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Busy subway route on the Rheinallee: Two new signs for bottleneck on the way to the city centre

Busy subway route on the Rheinallee : Two new signs for bottleneck on the way to the city centre

A Godesberg man suggested a year ago that the city should improve its signage on the Rheinallee. He needed to have a lot of patience.

The subway from Rheinallee to Alte Bahnhofstraße is a small bottleneck in the centre of Godesberg for cyclists and pedestrians alike. Signs in front of the subway towards the city centre indicate that it is a footpath and cyclists should get off. Michel Burgmann from Godesberg has been annoyed for a long time by the fact that some cyclists do not adhere to this. In May last year, he contacted the city but did not receive an answer. The city has now replied to another letter.

In the past, the sign was hardly visible through several overgrowing plants, said Burgmann. "This has improved in the meantime, because there was a radical cut of the bushes." Although it has become more visible since then, some people do not notice it because of its height.

But Burgmann does not want to condemn cyclists in general. There are already some who get off, Burgmann affirms. "But there are far too many who do not adhere to this," he says. What also bothers him is that although there is a sign in front of the subway coming from the Rheinallee, there is none on the other side. Anyone who crosses Moltkestraße as a cyclist from Alte Bahnhofstraße is not advised anywhere to get off. Burgmann wishes that the public order office would keep a closer eye on this. "The public order office runs around here, but only checks the parking offenders," he says. Burgmann also asks himself what should apply to electric scooters at this point. There have not been any complaints from other citizens so far, answers the city of Bonn when asked by the GA. As far as e-scooters are concerned: "The rules for bicycle traffic will also be applied to e-scooters," the city of Bonn writes to the GA in an e-mail. In this respect, the existing sign also applies to e-scooters. There are no corresponding signs for them, according to the city.

The press office informs us that the road traffic regulations stipulate where it is permitted to ride a bike or e-scooter. In road traffic, one should generally drive on the right side of the road and also on cycle paths, footpaths or pedestrian paths that are laid out or signposted. However, these areas would have to be "expressly approved by additional signs". "Unless these conditions are met, cycling or e-scooter driving is not permitted.“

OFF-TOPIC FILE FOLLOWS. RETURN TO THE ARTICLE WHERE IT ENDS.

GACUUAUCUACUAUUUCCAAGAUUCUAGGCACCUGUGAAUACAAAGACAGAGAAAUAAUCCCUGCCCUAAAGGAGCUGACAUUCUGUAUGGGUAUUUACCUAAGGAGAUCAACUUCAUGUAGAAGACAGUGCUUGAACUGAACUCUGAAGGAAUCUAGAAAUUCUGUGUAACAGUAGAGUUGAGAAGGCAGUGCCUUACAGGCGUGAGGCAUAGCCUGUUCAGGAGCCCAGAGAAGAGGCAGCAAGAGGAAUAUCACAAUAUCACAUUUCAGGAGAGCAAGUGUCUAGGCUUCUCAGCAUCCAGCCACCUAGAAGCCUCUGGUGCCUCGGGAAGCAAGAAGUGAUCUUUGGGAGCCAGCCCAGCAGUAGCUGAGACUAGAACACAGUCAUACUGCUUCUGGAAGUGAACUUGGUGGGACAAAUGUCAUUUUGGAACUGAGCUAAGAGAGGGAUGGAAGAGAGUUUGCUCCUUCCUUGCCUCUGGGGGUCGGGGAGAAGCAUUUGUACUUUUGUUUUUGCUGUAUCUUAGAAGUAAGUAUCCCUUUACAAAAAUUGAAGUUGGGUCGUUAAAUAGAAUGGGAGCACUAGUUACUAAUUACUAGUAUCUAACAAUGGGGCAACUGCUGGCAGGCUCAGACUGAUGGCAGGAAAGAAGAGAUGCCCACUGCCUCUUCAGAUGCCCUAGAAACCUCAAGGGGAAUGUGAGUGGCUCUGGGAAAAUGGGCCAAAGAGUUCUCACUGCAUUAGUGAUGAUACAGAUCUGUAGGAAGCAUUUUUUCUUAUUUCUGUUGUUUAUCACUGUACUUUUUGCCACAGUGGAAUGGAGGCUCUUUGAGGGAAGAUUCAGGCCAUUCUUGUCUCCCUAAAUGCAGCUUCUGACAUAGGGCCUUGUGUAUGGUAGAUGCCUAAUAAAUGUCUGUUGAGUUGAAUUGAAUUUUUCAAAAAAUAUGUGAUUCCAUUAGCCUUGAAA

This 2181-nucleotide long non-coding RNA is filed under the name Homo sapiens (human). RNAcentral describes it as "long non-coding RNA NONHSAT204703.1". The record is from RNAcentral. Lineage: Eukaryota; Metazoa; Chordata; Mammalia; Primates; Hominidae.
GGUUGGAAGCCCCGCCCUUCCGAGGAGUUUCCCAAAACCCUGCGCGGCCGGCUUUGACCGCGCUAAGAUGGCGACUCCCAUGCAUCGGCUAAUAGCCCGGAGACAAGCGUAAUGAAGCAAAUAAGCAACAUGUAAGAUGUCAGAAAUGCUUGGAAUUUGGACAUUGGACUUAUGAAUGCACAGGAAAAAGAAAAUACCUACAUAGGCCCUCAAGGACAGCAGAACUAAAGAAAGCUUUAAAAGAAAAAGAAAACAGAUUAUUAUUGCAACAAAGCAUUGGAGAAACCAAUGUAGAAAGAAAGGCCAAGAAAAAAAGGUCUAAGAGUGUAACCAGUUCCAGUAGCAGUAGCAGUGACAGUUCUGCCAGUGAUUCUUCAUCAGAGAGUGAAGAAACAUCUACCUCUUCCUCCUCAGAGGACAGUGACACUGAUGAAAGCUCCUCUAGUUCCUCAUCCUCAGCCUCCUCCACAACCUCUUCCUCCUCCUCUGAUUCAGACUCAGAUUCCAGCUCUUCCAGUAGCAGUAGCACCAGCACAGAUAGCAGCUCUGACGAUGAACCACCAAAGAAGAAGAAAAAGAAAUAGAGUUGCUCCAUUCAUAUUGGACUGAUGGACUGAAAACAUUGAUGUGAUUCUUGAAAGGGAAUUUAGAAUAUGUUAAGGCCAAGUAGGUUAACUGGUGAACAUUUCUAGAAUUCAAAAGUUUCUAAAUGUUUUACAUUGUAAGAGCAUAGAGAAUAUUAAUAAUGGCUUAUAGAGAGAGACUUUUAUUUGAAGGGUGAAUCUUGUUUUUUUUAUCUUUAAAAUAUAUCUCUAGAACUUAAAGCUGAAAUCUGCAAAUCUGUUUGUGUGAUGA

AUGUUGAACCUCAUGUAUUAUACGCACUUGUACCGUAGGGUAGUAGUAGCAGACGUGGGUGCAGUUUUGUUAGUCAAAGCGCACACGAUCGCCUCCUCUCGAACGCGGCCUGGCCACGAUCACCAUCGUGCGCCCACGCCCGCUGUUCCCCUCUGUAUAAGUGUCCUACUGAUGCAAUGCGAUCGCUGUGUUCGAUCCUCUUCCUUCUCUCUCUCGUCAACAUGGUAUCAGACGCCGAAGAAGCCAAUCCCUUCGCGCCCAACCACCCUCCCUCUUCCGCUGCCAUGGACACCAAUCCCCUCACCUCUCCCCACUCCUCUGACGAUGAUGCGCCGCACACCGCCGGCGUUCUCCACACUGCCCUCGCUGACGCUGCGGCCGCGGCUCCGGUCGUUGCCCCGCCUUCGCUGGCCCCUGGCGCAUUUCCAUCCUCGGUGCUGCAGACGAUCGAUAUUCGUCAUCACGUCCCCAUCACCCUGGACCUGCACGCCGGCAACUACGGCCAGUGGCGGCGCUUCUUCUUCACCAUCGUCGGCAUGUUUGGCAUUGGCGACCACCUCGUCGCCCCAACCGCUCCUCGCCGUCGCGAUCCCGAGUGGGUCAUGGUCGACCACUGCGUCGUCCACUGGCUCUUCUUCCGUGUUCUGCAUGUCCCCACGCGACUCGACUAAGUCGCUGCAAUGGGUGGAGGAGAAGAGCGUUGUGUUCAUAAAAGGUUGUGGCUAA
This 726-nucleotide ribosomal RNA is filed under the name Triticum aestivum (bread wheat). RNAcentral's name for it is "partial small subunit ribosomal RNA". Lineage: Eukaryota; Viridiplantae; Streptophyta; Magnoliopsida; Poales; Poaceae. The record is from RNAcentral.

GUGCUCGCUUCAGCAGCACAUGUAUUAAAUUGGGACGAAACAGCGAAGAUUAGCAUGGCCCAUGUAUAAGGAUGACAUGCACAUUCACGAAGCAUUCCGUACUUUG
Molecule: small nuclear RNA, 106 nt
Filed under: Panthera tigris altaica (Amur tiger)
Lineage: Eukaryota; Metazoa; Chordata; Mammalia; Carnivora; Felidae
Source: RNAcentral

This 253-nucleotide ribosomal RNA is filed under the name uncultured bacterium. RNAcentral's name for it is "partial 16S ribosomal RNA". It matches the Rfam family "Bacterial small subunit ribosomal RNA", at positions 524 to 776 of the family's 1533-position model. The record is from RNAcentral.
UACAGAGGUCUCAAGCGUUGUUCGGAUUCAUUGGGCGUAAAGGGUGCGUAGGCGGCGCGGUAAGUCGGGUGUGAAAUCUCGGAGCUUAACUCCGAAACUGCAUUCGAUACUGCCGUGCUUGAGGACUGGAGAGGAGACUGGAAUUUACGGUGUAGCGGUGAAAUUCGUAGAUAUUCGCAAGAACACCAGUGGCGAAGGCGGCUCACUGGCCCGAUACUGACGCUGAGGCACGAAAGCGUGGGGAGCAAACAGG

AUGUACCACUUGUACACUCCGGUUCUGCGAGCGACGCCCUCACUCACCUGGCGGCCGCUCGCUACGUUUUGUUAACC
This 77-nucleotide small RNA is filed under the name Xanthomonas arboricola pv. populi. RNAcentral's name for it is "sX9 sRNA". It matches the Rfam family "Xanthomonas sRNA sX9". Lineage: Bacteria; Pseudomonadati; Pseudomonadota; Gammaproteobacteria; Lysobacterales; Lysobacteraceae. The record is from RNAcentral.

Burgmann's assumption that his first letter "landed on the wrong desk" confirms the answer given by the Road Traffic Office to him, which is available to our editorial team. In it, the authority apologises for the late reply, as it had not been informed of the first letter. After an inspection at the subway, however, a further combination of signs should now be placed on the left side in front of the subway coming from the Rheinallee, "to further clarify the regulations". From the direction of Alte Bahnhofstraße, the path to the subway should also be equipped with the combination of signs.

However, the existing signs, as Burgmann suggests, could not be lowered a little bit, he said. They "cannot be changed in height, as traffic signs have to be installed according to prescribed specifications", justifies the Road Traffic Office. This would prevent possible injuries to other road users. The authority also responded to the criticism of a barely controlled area. According to the letter, the police should also be asked to include the subway area in their control activities. "From my point of view I am pleasantly surprised", says Burgmann. He is pleased that he has received such a friendly reply and that new signs will soon be put up in front of the subway.

(Original text: Thomas Leurs; Translation: Mareike Graepel)